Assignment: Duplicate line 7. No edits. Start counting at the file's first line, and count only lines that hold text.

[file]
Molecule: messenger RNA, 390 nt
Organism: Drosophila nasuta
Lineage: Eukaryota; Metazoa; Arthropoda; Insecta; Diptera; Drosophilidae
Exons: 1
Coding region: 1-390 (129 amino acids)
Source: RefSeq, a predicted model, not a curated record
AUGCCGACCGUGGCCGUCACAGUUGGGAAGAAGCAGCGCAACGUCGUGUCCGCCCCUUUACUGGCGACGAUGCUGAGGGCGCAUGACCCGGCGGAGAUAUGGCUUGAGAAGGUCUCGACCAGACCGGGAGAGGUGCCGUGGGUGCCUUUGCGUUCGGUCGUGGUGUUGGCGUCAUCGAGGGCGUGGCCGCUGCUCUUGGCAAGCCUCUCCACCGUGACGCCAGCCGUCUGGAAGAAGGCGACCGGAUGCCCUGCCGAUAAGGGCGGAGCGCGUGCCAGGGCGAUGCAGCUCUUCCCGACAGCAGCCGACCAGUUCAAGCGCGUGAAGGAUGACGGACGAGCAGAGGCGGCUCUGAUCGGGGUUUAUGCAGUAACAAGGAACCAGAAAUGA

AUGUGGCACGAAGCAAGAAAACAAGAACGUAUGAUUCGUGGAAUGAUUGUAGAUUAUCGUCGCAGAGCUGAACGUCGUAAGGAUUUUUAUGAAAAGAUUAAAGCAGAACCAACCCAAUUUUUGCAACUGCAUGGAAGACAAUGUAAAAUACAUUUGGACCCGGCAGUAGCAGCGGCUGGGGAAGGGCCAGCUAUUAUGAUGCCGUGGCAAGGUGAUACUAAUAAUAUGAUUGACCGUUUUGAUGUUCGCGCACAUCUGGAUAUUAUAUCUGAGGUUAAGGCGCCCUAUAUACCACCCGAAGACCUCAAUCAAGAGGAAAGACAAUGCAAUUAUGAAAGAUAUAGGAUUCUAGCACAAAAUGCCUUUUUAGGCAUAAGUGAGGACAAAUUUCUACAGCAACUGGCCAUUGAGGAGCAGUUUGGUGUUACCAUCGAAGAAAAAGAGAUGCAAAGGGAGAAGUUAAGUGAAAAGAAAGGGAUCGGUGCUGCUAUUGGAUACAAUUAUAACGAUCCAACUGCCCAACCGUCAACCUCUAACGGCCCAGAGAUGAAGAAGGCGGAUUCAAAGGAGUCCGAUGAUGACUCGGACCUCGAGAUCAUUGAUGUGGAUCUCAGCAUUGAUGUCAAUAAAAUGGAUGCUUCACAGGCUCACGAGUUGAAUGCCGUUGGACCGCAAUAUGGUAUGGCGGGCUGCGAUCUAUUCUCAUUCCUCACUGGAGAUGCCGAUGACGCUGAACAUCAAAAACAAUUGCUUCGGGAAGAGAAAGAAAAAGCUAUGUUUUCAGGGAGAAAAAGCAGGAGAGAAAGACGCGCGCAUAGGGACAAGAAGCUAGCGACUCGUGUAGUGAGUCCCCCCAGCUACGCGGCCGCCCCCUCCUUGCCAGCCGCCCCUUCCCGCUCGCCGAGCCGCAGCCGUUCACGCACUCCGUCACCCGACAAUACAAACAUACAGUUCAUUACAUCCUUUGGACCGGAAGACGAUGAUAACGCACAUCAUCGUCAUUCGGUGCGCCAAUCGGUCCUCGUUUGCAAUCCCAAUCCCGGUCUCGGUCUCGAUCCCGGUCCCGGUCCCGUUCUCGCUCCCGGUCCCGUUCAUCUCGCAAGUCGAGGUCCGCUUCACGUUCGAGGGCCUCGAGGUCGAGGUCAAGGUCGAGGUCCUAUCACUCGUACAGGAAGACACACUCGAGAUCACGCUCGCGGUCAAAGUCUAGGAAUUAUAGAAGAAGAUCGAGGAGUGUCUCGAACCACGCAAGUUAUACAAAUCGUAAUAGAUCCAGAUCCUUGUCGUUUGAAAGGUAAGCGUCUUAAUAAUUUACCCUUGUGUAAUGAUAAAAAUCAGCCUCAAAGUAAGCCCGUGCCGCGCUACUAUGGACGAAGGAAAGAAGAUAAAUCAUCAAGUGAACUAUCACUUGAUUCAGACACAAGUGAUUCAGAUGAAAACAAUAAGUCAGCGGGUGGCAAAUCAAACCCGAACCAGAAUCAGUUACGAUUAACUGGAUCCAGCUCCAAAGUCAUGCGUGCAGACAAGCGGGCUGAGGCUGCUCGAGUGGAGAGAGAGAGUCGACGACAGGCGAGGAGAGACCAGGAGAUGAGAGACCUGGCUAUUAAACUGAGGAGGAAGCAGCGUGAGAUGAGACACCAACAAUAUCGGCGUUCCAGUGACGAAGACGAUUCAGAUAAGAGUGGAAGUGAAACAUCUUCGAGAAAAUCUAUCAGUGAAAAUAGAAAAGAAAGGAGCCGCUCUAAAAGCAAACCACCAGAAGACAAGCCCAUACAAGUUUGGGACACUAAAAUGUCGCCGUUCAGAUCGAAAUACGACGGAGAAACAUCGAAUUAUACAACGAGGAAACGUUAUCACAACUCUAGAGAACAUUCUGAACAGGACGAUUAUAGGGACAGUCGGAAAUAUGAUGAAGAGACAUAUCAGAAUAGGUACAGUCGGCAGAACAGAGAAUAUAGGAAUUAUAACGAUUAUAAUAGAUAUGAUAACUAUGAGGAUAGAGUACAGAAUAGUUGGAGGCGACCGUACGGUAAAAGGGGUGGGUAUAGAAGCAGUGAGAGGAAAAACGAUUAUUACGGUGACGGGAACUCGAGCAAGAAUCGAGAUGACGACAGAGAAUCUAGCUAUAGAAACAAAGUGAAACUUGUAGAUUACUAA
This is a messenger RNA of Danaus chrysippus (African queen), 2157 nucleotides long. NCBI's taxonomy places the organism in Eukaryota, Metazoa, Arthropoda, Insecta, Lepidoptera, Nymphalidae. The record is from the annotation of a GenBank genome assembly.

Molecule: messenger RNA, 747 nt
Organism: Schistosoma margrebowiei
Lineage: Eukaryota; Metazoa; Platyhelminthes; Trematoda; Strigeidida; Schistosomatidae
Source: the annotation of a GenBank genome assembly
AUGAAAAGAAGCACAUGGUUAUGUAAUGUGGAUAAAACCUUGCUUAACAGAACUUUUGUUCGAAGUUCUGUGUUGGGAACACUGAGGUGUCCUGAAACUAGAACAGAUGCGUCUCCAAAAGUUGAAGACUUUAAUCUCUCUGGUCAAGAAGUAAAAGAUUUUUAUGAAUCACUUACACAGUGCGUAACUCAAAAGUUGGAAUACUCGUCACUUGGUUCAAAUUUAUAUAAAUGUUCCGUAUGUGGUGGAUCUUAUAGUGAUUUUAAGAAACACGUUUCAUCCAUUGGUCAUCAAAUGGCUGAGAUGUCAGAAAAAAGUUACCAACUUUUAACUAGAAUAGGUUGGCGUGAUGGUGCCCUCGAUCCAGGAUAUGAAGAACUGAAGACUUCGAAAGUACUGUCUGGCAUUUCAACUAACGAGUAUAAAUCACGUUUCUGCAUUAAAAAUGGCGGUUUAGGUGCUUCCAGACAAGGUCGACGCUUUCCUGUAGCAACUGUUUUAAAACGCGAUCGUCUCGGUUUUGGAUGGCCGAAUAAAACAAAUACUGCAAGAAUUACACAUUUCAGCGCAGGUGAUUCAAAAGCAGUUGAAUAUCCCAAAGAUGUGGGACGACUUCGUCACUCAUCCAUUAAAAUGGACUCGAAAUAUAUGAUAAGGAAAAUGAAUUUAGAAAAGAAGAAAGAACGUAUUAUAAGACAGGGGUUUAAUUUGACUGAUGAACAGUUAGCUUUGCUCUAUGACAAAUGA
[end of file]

AUGCCGACCGUGGCCGUCACAGUUGGGAAGAAGCAGCGCAACGUCGUGUCCGCCCCUUUACUGGCGACGAUGCUGAGGGCGCAUGACCCGGCGGAGAUAUGGCUUGAGAAGGUCUCGACCAGACCGGGAGAGGUGCCGUGGGUGCCUUUGCGUUCGGUCGUGGUGUUGGCGUCAUCGAGGGCGUGGCCGCUGCUCUUGGCAAGCCUCUCCACCGUGACGCCAGCCGUCUGGAAGAAGGCGACCGGAUGCCCUGCCGAUAAGGGCGGAGCGCGUGCCAGGGCGAUGCAGCUCUUCCCGACAGCAGCCGACCAGUUCAAGCGCGUGAAGGAUGACGGACGAGCAGAGGCGGCUCUGAUCGGGGUUUAUGCAGUAACAAGGAACCAGAAAUGA